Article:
Vickroy: Channeling my inner van Gogh
BY DONNA VICKROY email@example.com Twitter: @dvickroy November 1, 2013 8:26PM
If you go ...
Vino van Gogh classes are held at restaurants across the Chicago area. Costs average $38, including all art supplies and instruction. Beverages and food are additional. Upcoming local classes include Aurelio’s in Plainfield on Nov. 11, and Tap House Grill in Lemont on Nov. 18.
For a complete listing and more information, visit www.vinogogh.com/chicag/
Updated: December 4, 2013 6:23AM
“You cannot teach a man anything, you can only help him find it within himself.”
Life is a journey, filled with curiosity, longing and, for some of us, a need to try new things.
So it was that I set off to find my inner van Gogh at a recent wine and paint party in Orland Park. And because she is infinitely more creative than me, I brought my youngest daughter along.
On a rainy Wednesday evening, in the party room of Barraco’s Italian Restaurant, artists from Vino van Gogh, a Chicago company that brings art classes to restaurants across the Midwest, set up shop. A canvas, an apron, a palette of acrylic paints, four brushes and a cup of water were set at each station.
The mission is to introduce or, in the case of some of the night’s participants, reinforce that creative spirit in a relaxed setting — one where wine or martinis or pasta dinners were at the ready.
This evening’s lesson would be Vincent van Gogh’s “Walk by River,” a moody, stormy, colorful nod to autumn along the Seine.
Upon seeing the finished work, meant to be our inspiration, naturally I gasped and said something to the effect of “As if ... ”
Other than art history, I’ve never taken an art class. But, like many, I’ve long fancied myself a tortured soul. That inner turmoil caused me to embrace the Dutch post-Impressionist van Gogh way back when I was a kid.
I have a framed copy of “Irises” in my bedroom. When we visited the Musee d’Orsay last spring, I had to take a moment to pull myself together after seeing my favorite van Gogh, “Thatched Cottages at Cordeville.” I even have Don McLean’s “Starry, Starry Night” on my iPod.
But is having the spirit of a conflicted artist — torn between reality and what should be — enough to make one nimble with a paintbrush?
As it turns out, yes.
Artist Abby Adams took all 26 of this night’s participants step by step through the process, explaining brushes and brushstrokes, pressure and movement along the way.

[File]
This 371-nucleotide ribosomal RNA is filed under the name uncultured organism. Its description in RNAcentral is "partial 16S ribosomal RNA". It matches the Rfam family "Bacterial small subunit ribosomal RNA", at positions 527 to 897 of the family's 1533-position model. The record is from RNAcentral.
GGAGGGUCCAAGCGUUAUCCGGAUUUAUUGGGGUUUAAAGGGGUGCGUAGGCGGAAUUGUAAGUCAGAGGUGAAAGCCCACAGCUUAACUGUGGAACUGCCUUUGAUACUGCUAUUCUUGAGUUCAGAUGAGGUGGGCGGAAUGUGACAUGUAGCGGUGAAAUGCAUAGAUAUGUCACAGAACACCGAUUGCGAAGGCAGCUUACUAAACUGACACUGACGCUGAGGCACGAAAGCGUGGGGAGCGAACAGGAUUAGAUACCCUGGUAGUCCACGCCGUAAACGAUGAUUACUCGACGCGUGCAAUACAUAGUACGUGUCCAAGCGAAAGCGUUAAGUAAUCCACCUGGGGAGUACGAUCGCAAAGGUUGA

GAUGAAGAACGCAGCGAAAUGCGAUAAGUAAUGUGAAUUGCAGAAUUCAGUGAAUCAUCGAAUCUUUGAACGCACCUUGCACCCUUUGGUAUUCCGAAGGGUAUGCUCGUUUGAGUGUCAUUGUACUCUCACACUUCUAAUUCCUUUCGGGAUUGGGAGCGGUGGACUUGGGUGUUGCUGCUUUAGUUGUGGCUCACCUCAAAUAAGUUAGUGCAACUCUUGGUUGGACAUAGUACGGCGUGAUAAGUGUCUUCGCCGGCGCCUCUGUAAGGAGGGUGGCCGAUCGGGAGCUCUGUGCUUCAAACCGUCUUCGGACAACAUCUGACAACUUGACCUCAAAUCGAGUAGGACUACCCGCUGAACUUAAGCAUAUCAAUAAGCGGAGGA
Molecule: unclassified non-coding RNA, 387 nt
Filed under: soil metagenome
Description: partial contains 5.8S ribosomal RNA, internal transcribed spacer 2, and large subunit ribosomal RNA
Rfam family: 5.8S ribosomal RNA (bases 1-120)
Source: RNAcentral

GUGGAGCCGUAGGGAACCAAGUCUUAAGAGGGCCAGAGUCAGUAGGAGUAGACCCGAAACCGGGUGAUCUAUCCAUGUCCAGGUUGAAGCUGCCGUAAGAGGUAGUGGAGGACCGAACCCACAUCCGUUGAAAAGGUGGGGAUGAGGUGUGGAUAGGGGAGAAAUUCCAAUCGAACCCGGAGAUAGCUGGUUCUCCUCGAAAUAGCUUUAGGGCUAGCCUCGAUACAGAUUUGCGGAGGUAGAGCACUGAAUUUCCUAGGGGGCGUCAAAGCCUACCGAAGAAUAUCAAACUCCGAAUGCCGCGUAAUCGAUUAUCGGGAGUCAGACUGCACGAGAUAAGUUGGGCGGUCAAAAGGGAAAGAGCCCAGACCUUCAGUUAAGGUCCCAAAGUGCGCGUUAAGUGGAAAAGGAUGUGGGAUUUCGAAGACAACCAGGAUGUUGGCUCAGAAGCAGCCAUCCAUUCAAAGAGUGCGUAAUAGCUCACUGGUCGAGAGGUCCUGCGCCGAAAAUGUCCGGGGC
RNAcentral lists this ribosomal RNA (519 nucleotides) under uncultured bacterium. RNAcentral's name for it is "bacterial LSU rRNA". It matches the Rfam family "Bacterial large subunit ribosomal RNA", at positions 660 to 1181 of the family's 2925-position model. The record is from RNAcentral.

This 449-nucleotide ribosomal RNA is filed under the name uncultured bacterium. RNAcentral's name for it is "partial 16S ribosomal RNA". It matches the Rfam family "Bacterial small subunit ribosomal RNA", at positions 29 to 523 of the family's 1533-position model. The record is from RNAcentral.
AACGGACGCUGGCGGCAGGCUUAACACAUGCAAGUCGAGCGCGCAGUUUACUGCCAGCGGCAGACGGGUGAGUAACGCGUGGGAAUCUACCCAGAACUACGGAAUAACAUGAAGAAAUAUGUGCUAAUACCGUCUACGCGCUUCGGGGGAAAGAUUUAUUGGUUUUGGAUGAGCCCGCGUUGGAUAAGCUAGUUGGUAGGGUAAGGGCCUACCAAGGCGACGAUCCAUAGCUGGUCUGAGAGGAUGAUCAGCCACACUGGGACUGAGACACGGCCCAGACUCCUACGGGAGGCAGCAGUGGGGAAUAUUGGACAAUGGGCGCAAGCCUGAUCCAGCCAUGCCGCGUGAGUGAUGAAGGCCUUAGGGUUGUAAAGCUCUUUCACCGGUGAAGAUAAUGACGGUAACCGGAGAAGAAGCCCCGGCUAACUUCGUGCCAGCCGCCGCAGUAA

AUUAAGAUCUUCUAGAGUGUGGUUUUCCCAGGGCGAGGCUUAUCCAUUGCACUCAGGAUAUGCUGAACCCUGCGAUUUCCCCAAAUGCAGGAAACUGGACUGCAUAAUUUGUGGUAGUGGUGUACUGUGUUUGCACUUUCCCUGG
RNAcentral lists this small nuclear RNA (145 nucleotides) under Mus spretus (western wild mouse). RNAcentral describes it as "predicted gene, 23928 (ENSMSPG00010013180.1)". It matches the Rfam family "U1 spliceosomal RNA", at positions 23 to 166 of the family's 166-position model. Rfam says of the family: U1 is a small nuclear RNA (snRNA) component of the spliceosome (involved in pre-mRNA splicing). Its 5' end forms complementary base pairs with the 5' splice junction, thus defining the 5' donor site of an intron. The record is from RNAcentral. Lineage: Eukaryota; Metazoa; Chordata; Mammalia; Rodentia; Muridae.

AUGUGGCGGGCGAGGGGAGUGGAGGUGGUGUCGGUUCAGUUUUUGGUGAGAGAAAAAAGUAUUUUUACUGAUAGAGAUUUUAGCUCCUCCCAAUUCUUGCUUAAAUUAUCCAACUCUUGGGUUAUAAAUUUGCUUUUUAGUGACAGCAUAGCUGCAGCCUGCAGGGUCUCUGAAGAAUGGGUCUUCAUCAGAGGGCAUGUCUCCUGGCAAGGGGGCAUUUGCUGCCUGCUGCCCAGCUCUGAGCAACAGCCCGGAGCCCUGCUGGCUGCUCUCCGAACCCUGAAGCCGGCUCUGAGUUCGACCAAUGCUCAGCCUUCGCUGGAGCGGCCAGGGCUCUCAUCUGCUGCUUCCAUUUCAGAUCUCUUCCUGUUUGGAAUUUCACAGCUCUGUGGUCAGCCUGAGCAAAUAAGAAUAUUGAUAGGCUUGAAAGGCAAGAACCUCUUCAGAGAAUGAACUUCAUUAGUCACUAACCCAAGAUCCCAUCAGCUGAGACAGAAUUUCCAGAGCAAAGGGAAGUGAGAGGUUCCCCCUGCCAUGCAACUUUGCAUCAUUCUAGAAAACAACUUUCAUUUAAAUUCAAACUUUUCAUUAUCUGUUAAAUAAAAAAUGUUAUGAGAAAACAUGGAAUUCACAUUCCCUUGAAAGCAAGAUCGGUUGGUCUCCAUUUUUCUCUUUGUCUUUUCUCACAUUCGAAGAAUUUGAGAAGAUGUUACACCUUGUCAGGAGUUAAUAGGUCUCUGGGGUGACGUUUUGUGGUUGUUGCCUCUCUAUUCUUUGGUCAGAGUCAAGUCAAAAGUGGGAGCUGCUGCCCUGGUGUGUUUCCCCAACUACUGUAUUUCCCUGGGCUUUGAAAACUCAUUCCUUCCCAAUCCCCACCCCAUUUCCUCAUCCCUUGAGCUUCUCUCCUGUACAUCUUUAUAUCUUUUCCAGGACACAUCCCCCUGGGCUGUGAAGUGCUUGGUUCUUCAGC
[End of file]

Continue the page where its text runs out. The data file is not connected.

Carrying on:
While she told us how to mix colors and how to set our horizon, artist Kelsey Ransom walked the room, advising, encouraging and nurturing our sensitive egos.
Maybe it was the instruction. Maybe it was the company — so many helpful, eager, friendly folks just enjoying the experience. Or maybe it was the wine. But almost immediately I came to believe this is how art is meant to be learned.
“Isn’t this wonderful?” said Grace Mueller, of Homer Glen.
She brought her friend, Sandy Fera, along. The two met when they worked in Homer Community Consolidated School District 33C in Homer Glen.
Mueller was the music teacher.
“My room was loud,” she said.
Fera was the librarian.
“I liked things quiet,” she said.
They became fast friends and have stayed that way for 30 years. They’ve taken many art classes together.
“This is just a super night out,” Fera said.
That’s what Brenda Schmidt was aiming for when she founded Vino van Gogh in 2011.
“I had participated in a similar program while on vacation and had such a good time,” she said. “It’s meant to be a fun night out.”
A Northwestern University grad, Schmidt started the mobile art program in Chicago, even though she now lives in Indianapolis. It has been so popular, she has expanded the operation to five other Midwestern states.
“It’s good for people who want a new experience. It’s good for local restaurants. And it’s good for art,” she said.
Eighty percent of the participants never have taken an art class, Schmidt said.
Throughout the evening, as Adams talked us through how to create clouds, shadows and even the figure of a man holding an umbrella, people chatted, complimenting each other’s work and sometimes even their own.
“This is so going on my ceiling,” one woman said. “I want to look at it when I wake up in the morning.”
I had to wonder how different van Gogh’s life might have been if he’d been able to paint in such a comforting, inspirational environment.
Jessica Goldfarb, of Tinley Park, and Kim Bieniek and Lisa Weston, both of New Lenox, signed up for the class because they had a coupon from LivingSocial. It was their first time attending a wine/art party.
Afterward, Bieniek, a teacher at Lane School in Alsip, said, “It was different, fun. I’d definitely do it again.”
It was John Dillenburg’s second time participating in a Vino van Gogh event.
“I love it. It’s relaxing; you paint, have a sip of wine, paint,” the New Lenox resident said.
Was it me or did the 21/2 hours fly by? Afterward, hardly a soul was not impressed with their newfound talent.
Clearly, one painting does not a master make. But now that I know I can do it, I can’t wait to do it again.
It’s been said that van Gogh was misunderstood, often shunned and likely went to his grave a lonely man at age 37.
I’m not sure if he’d be happy knowing untrained wannabes were attempting to re-create the masterpieces he slaved over, although I did read recently that his message was a simple one: love. He loved beauty, nature, art. So I venture to guess that he might be impressed with our desire to emulate that.
With the right glass of wine, I’m almost positive he would be.